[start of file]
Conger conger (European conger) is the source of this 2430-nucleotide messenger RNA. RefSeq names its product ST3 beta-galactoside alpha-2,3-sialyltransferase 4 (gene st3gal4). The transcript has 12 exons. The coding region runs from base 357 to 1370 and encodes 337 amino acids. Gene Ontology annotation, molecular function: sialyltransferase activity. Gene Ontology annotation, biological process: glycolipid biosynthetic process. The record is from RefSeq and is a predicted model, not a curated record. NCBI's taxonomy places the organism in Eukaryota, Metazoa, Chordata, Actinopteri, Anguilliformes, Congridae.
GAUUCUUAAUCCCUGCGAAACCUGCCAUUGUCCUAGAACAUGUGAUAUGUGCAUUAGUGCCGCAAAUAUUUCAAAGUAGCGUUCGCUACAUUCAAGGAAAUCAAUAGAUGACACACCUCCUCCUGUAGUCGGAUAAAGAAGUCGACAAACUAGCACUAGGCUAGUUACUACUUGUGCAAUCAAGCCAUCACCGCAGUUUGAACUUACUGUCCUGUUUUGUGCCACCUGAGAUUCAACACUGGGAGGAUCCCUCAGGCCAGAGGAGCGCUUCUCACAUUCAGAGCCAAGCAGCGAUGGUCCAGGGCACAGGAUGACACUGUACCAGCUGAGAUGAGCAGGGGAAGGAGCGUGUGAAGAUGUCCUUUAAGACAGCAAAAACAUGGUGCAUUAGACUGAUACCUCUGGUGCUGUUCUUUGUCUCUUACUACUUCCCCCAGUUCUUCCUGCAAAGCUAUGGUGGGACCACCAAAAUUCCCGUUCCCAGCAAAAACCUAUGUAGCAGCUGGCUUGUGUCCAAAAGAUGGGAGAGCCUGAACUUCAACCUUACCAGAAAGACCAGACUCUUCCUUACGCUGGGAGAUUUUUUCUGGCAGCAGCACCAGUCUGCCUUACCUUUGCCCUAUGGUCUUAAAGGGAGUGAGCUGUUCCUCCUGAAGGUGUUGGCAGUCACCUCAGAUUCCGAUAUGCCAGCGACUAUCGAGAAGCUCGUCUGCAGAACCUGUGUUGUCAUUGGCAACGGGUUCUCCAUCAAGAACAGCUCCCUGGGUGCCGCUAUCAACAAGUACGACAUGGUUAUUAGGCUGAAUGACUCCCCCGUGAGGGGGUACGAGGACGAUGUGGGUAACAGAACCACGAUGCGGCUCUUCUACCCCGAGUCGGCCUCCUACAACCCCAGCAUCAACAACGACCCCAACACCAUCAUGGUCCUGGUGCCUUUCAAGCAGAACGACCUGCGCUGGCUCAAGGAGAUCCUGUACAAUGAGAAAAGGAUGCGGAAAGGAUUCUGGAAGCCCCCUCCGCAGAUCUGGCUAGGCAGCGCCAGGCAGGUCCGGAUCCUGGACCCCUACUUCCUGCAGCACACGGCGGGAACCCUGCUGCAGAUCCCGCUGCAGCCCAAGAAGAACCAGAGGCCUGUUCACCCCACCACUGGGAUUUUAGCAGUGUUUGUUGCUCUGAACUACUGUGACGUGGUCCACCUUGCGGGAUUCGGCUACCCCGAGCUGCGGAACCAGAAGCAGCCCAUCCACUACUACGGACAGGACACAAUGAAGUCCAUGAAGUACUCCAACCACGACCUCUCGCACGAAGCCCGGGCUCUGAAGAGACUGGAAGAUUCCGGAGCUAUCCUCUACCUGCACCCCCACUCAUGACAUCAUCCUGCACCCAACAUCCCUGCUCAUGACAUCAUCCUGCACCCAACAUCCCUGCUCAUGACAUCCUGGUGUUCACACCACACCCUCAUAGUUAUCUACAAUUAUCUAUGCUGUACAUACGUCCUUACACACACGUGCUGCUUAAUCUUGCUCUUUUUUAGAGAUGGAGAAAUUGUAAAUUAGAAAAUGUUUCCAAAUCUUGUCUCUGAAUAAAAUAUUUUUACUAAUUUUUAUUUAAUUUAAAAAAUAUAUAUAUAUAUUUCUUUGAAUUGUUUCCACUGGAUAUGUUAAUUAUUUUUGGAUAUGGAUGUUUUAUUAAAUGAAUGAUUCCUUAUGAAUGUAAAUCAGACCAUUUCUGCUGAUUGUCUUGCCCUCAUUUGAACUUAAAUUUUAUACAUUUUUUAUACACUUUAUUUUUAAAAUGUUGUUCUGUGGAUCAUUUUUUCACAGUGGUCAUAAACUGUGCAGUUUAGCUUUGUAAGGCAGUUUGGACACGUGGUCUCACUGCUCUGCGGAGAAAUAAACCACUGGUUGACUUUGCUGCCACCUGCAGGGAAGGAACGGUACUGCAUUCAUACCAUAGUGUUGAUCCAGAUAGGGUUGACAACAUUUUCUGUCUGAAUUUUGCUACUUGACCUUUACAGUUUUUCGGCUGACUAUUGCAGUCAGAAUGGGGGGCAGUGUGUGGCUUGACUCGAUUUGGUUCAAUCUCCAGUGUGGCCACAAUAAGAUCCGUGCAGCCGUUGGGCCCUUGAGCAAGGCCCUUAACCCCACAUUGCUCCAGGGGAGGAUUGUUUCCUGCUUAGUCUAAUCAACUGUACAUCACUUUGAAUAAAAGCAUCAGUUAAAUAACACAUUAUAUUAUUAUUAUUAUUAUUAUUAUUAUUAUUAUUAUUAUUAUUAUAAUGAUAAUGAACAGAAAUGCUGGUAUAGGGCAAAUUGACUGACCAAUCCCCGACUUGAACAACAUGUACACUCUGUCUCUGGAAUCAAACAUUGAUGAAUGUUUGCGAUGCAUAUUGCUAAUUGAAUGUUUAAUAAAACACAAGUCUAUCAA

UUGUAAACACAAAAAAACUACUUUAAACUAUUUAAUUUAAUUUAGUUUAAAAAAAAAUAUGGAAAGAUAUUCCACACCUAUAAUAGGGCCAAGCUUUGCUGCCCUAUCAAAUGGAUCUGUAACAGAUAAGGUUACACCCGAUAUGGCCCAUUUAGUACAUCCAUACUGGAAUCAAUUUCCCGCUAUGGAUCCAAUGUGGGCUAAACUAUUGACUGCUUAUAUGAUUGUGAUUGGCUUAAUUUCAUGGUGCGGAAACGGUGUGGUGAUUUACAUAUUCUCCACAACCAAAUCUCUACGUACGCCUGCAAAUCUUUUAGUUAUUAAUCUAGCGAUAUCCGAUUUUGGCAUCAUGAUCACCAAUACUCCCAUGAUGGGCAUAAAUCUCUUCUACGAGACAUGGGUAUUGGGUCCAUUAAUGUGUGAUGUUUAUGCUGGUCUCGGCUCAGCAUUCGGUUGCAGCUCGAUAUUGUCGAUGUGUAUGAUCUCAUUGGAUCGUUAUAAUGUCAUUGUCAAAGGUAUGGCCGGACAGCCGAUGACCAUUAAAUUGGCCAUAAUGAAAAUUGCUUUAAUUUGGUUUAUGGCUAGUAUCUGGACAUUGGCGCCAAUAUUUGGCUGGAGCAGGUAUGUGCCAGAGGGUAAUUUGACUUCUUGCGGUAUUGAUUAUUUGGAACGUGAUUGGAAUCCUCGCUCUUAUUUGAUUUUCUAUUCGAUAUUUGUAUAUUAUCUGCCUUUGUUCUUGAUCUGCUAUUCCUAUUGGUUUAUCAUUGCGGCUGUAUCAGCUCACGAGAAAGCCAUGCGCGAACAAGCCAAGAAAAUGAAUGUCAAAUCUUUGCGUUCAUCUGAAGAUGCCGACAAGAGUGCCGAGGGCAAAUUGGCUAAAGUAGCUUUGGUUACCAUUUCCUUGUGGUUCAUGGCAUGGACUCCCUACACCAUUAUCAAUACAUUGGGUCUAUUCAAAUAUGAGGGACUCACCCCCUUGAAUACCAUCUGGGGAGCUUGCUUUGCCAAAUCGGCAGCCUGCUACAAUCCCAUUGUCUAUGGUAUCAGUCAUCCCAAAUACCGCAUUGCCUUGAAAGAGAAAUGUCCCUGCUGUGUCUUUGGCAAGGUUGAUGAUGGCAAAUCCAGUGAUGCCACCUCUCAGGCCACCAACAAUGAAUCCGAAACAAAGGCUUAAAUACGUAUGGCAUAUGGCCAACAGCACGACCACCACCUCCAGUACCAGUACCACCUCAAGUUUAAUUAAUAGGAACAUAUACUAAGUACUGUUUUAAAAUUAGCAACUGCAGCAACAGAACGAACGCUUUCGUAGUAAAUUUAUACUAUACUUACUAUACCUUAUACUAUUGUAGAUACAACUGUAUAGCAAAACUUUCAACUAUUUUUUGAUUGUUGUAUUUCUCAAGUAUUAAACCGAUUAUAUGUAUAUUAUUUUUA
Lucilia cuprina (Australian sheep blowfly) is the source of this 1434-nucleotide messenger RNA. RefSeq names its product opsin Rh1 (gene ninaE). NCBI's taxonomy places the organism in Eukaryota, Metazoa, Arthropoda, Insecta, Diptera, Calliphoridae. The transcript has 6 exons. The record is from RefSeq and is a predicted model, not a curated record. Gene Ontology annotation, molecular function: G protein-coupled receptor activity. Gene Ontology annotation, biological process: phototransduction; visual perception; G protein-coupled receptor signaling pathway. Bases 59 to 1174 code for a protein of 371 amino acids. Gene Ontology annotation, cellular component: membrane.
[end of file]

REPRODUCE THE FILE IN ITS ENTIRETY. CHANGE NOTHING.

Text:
Conger conger (European conger) is the source of this 2430-nucleotide messenger RNA. RefSeq names its product ST3 beta-galactoside alpha-2,3-sialyltransferase 4 (gene st3gal4). The transcript has 12 exons. The coding region runs from base 357 to 1370 and encodes 337 amino acids. Gene Ontology annotation, molecular function: sialyltransferase activity. Gene Ontology annotation, biological process: glycolipid biosynthetic process. The record is from RefSeq and is a predicted model, not a curated record. NCBI's taxonomy places the organism in Eukaryota, Metazoa, Chordata, Actinopteri, Anguilliformes, Congridae.
GAUUCUUAAUCCCUGCGAAACCUGCCAUUGUCCUAGAACAUGUGAUAUGUGCAUUAGUGCCGCAAAUAUUUCAAAGUAGCGUUCGCUACAUUCAAGGAAAUCAAUAGAUGACACACCUCCUCCUGUAGUCGGAUAAAGAAGUCGACAAACUAGCACUAGGCUAGUUACUACUUGUGCAAUCAAGCCAUCACCGCAGUUUGAACUUACUGUCCUGUUUUGUGCCACCUGAGAUUCAACACUGGGAGGAUCCCUCAGGCCAGAGGAGCGCUUCUCACAUUCAGAGCCAAGCAGCGAUGGUCCAGGGCACAGGAUGACACUGUACCAGCUGAGAUGAGCAGGGGAAGGAGCGUGUGAAGAUGUCCUUUAAGACAGCAAAAACAUGGUGCAUUAGACUGAUACCUCUGGUGCUGUUCUUUGUCUCUUACUACUUCCCCCAGUUCUUCCUGCAAAGCUAUGGUGGGACCACCAAAAUUCCCGUUCCCAGCAAAAACCUAUGUAGCAGCUGGCUUGUGUCCAAAAGAUGGGAGAGCCUGAACUUCAACCUUACCAGAAAGACCAGACUCUUCCUUACGCUGGGAGAUUUUUUCUGGCAGCAGCACCAGUCUGCCUUACCUUUGCCCUAUGGUCUUAAAGGGAGUGAGCUGUUCCUCCUGAAGGUGUUGGCAGUCACCUCAGAUUCCGAUAUGCCAGCGACUAUCGAGAAGCUCGUCUGCAGAACCUGUGUUGUCAUUGGCAACGGGUUCUCCAUCAAGAACAGCUCCCUGGGUGCCGCUAUCAACAAGUACGACAUGGUUAUUAGGCUGAAUGACUCCCCCGUGAGGGGGUACGAGGACGAUGUGGGUAACAGAACCACGAUGCGGCUCUUCUACCCCGAGUCGGCCUCCUACAACCCCAGCAUCAACAACGACCCCAACACCAUCAUGGUCCUGGUGCCUUUCAAGCAGAACGACCUGCGCUGGCUCAAGGAGAUCCUGUACAAUGAGAAAAGGAUGCGGAAAGGAUUCUGGAAGCCCCCUCCGCAGAUCUGGCUAGGCAGCGCCAGGCAGGUCCGGAUCCUGGACCCCUACUUCCUGCAGCACACGGCGGGAACCCUGCUGCAGAUCCCGCUGCAGCCCAAGAAGAACCAGAGGCCUGUUCACCCCACCACUGGGAUUUUAGCAGUGUUUGUUGCUCUGAACUACUGUGACGUGGUCCACCUUGCGGGAUUCGGCUACCCCGAGCUGCGGAACCAGAAGCAGCCCAUCCACUACUACGGACAGGACACAAUGAAGUCCAUGAAGUACUCCAACCACGACCUCUCGCACGAAGCCCGGGCUCUGAAGAGACUGGAAGAUUCCGGAGCUAUCCUCUACCUGCACCCCCACUCAUGACAUCAUCCUGCACCCAACAUCCCUGCUCAUGACAUCAUCCUGCACCCAACAUCCCUGCUCAUGACAUCCUGGUGUUCACACCACACCCUCAUAGUUAUCUACAAUUAUCUAUGCUGUACAUACGUCCUUACACACACGUGCUGCUUAAUCUUGCUCUUUUUUAGAGAUGGAGAAAUUGUAAAUUAGAAAAUGUUUCCAAAUCUUGUCUCUGAAUAAAAUAUUUUUACUAAUUUUUAUUUAAUUUAAAAAAUAUAUAUAUAUAUUUCUUUGAAUUGUUUCCACUGGAUAUGUUAAUUAUUUUUGGAUAUGGAUGUUUUAUUAAAUGAAUGAUUCCUUAUGAAUGUAAAUCAGACCAUUUCUGCUGAUUGUCUUGCCCUCAUUUGAACUUAAAUUUUAUACAUUUUUUAUACACUUUAUUUUUAAAAUGUUGUUCUGUGGAUCAUUUUUUCACAGUGGUCAUAAACUGUGCAGUUUAGCUUUGUAAGGCAGUUUGGACACGUGGUCUCACUGCUCUGCGGAGAAAUAAACCACUGGUUGACUUUGCUGCCACCUGCAGGGAAGGAACGGUACUGCAUUCAUACCAUAGUGUUGAUCCAGAUAGGGUUGACAACAUUUUCUGUCUGAAUUUUGCUACUUGACCUUUACAGUUUUUCGGCUGACUAUUGCAGUCAGAAUGGGGGGCAGUGUGUGGCUUGACUCGAUUUGGUUCAAUCUCCAGUGUGGCCACAAUAAGAUCCGUGCAGCCGUUGGGCCCUUGAGCAAGGCCCUUAACCCCACAUUGCUCCAGGGGAGGAUUGUUUCCUGCUUAGUCUAAUCAACUGUACAUCACUUUGAAUAAAAGCAUCAGUUAAAUAACACAUUAUAUUAUUAUUAUUAUUAUUAUUAUUAUUAUUAUUAUUAUUAUUAUAAUGAUAAUGAACAGAAAUGCUGGUAUAGGGCAAAUUGACUGACCAAUCCCCGACUUGAACAACAUGUACACUCUGUCUCUGGAAUCAAACAUUGAUGAAUGUUUGCGAUGCAUAUUGCUAAUUGAAUGUUUAAUAAAACACAAGUCUAUCAA

UUGUAAACACAAAAAAACUACUUUAAACUAUUUAAUUUAAUUUAGUUUAAAAAAAAAUAUGGAAAGAUAUUCCACACCUAUAAUAGGGCCAAGCUUUGCUGCCCUAUCAAAUGGAUCUGUAACAGAUAAGGUUACACCCGAUAUGGCCCAUUUAGUACAUCCAUACUGGAAUCAAUUUCCCGCUAUGGAUCCAAUGUGGGCUAAACUAUUGACUGCUUAUAUGAUUGUGAUUGGCUUAAUUUCAUGGUGCGGAAACGGUGUGGUGAUUUACAUAUUCUCCACAACCAAAUCUCUACGUACGCCUGCAAAUCUUUUAGUUAUUAAUCUAGCGAUAUCCGAUUUUGGCAUCAUGAUCACCAAUACUCCCAUGAUGGGCAUAAAUCUCUUCUACGAGACAUGGGUAUUGGGUCCAUUAAUGUGUGAUGUUUAUGCUGGUCUCGGCUCAGCAUUCGGUUGCAGCUCGAUAUUGUCGAUGUGUAUGAUCUCAUUGGAUCGUUAUAAUGUCAUUGUCAAAGGUAUGGCCGGACAGCCGAUGACCAUUAAAUUGGCCAUAAUGAAAAUUGCUUUAAUUUGGUUUAUGGCUAGUAUCUGGACAUUGGCGCCAAUAUUUGGCUGGAGCAGGUAUGUGCCAGAGGGUAAUUUGACUUCUUGCGGUAUUGAUUAUUUGGAACGUGAUUGGAAUCCUCGCUCUUAUUUGAUUUUCUAUUCGAUAUUUGUAUAUUAUCUGCCUUUGUUCUUGAUCUGCUAUUCCUAUUGGUUUAUCAUUGCGGCUGUAUCAGCUCACGAGAAAGCCAUGCGCGAACAAGCCAAGAAAAUGAAUGUCAAAUCUUUGCGUUCAUCUGAAGAUGCCGACAAGAGUGCCGAGGGCAAAUUGGCUAAAGUAGCUUUGGUUACCAUUUCCUUGUGGUUCAUGGCAUGGACUCCCUACACCAUUAUCAAUACAUUGGGUCUAUUCAAAUAUGAGGGACUCACCCCCUUGAAUACCAUCUGGGGAGCUUGCUUUGCCAAAUCGGCAGCCUGCUACAAUCCCAUUGUCUAUGGUAUCAGUCAUCCCAAAUACCGCAUUGCCUUGAAAGAGAAAUGUCCCUGCUGUGUCUUUGGCAAGGUUGAUGAUGGCAAAUCCAGUGAUGCCACCUCUCAGGCCACCAACAAUGAAUCCGAAACAAAGGCUUAAAUACGUAUGGCAUAUGGCCAACAGCACGACCACCACCUCCAGUACCAGUACCACCUCAAGUUUAAUUAAUAGGAACAUAUACUAAGUACUGUUUUAAAAUUAGCAACUGCAGCAACAGAACGAACGCUUUCGUAGUAAAUUUAUACUAUACUUACUAUACCUUAUACUAUUGUAGAUACAACUGUAUAGCAAAACUUUCAACUAUUUUUUGAUUGUUGUAUUUCUCAAGUAUUAAACCGAUUAUAUGUAUAUUAUUUUUA
Lucilia cuprina (Australian sheep blowfly) is the source of this 1434-nucleotide messenger RNA. RefSeq names its product opsin Rh1 (gene ninaE). NCBI's taxonomy places the organism in Eukaryota, Metazoa, Arthropoda, Insecta, Diptera, Calliphoridae. The transcript has 6 exons. The record is from RefSeq and is a predicted model, not a curated record. Gene Ontology annotation, molecular function: G protein-coupled receptor activity. Gene Ontology annotation, biological process: phototransduction; visual perception; G protein-coupled receptor signaling pathway. Bases 59 to 1174 code for a protein of 371 amino acids. Gene Ontology annotation, cellular component: membrane.